This week’s reading covered 20th century mapping techniques, particularly regarding increasing standardization of signifiers, increasing influence of technology (including classified government sources), and changing consumer demand for maps.
Although we were assigned only the fifth chapter of Kenneth Nebenzahl’s Lectures in the History of Cartography : Cartographies of Travel and Navigation, I reading a good portion of the whole book. His history of the creation of a “national motorized space” brings to mind many of the concepts we’ve discussed this semester, but it struck me that he didn’t explicitly address an important reason that consumers so eagerly consumed these road maps: fear for safety.
Our review of historical atlases caused several of us to reminisce fondly of past travels with family or friends. But I also remember a night on the side of road on US-17, a rural, two-lane highway through the swamps just north of Elizabeth City, NC. We had spent the day at the base exchange in Norfolk, and were headed back late that evening for our home in Elizabeth City. The car broke down and Dad limped it in to a wide spot on the shoulder. There we sat, in pitch black darkness, until finally another car came down the road and stopped. Two men got out of the car and offered to give Dad a ride to town to get a tow truck, while the other man stayed behind. I remember Mom’s anxiety, for Dad’s safety and for our own. She made us lock the doors and our “protector” seated himself nearby for the wait. And then……nothing bad happened. Dad showed up with a tow truck and the two men resumed their journey.
Nothing horrible ever did happen to us, but it could have (and did to others.) That was the point of collecting those free oil company road maps and Triptiks: it gave us important reference points to fuel, hotels, food, and emergency medical care. To the extent that they reduced “adventure,” they advanced our safety.
Many years later, I took my daughter on her first long-distance road trip after getting her license. We had GPS device by then, but we took an atlas. I taught her the essentials of freeway navigation: how to interpret the mile markers, the highway and road numbering system, the hospital signs, and billboards advertising food, fuel, and lodging. I wanted her to be able to navigate independently if the cell phone and GPS failed.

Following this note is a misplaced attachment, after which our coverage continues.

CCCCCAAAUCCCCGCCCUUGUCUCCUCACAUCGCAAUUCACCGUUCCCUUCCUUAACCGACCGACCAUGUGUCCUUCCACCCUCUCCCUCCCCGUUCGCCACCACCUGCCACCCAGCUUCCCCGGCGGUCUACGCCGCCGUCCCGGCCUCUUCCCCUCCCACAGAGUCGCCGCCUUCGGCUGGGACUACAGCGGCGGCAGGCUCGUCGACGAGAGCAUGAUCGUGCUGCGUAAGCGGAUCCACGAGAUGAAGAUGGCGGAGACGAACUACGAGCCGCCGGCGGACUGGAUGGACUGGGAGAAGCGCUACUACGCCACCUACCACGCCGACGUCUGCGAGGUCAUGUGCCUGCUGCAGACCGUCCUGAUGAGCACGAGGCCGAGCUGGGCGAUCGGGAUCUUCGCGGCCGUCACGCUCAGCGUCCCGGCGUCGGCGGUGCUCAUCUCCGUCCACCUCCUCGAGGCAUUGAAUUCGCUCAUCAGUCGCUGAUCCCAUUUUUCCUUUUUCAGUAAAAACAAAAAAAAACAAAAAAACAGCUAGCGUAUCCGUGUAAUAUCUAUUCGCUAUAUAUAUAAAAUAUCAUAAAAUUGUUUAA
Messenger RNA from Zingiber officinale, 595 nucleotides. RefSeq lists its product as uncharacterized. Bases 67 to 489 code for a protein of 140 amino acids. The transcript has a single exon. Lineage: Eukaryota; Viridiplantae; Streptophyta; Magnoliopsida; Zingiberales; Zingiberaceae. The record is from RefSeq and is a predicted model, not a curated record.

Although the book was only published five years ago, Nebenzahl’s concluding chapter on automated navigation is already quaint. I use a cellphone app called Waze (recently acquired by Google) for virtually all travel beyond my local town. Besides routing), it gives users crowd-sourced warning of road hazards and traffic jams ahead and will give me alternatives to get around traffic delays. I can query for gas stations and see current prices, search for restaurants, and send ETA notifications to other users, who can also view my location on the route.
Notably, I recently was just behind a major car accident on a highway. Pulling to the side of the road, I could see that other people were already calling 911. I tapped in “major accident” into Waze and exited the car to provide assistance to a seriously injured driver. When I returned to my car afterwards, there was a large red banner on the app: “Your report has been received and EMS notified. Help is on the way.” Not only had Waze warned other drivers behind me (and re-routed many of them), it had notified emergency dispatchers of the accident and the location based upon my cell phone position. Unlike other drivers calling 911 who had to make the best use of their personal knowledge of their spatial location, Waze was able to transmit an exact, accurate position.
Waze, like any app that requires a cell phone position, raises privacy concerns. Users should be cautious and ensure that they exercise their options (including not to use it) carefully. The old trade-off was a gentle nudge towards using highlighted route or the sponsoring company’s fuel station or hotel. The new trade-off is privacy and use of movement data for unanticipated reasons (location-based advertising, law enforcement surveillance, stalking.) These are the cartographic absences of web-connected maps.
Meanwhile, there is still one paper map that we carry on our travels: Cracker Barrel’s US road atlas, with every franchise location highlighted. Like the old oil company maps, they’re intended to encourage us to stop at their restaurants along the way. The artwork depicts a happy family sitting on the distinctive front porch, further inviting us to stay and enjoy ourselves and maybe buy a few things in the gift shop. But we are not hapless victims of their corporate machinations; we use the map as a way to reduce uncertainty about the availability of food that meets our dietary, budget, and efficiency requirements as we happily motor down the road toward the adventures we choose. (We have maps for those, too.)
You make a very good point about the importance of knowing how to read road maps in this age of GPS. I always chuckle at my mom, who always relies on paper maps even though she has a GPS device, but they are actually really valuable to have on hand. Sometimes GPS signals or cell phone connections fail in remote areas, which has happened to me many times in the rural Pennsylvania mountains, and I was glad I had a road map stashed in my car at the time. I had no idea that Waze had been acquired by Google, nor that it could send accident reports to EMS. What a great feature!
Your latest post is very nicely written. I taught all three of my kids how to read a paper map. Two of them still prefer the method over GPS as do I. While on a cross-country drive to Montana this spring, I stopped at a rest area and spread a large map of the western states over my hood. I got more than on comment on how that is now a rare sight.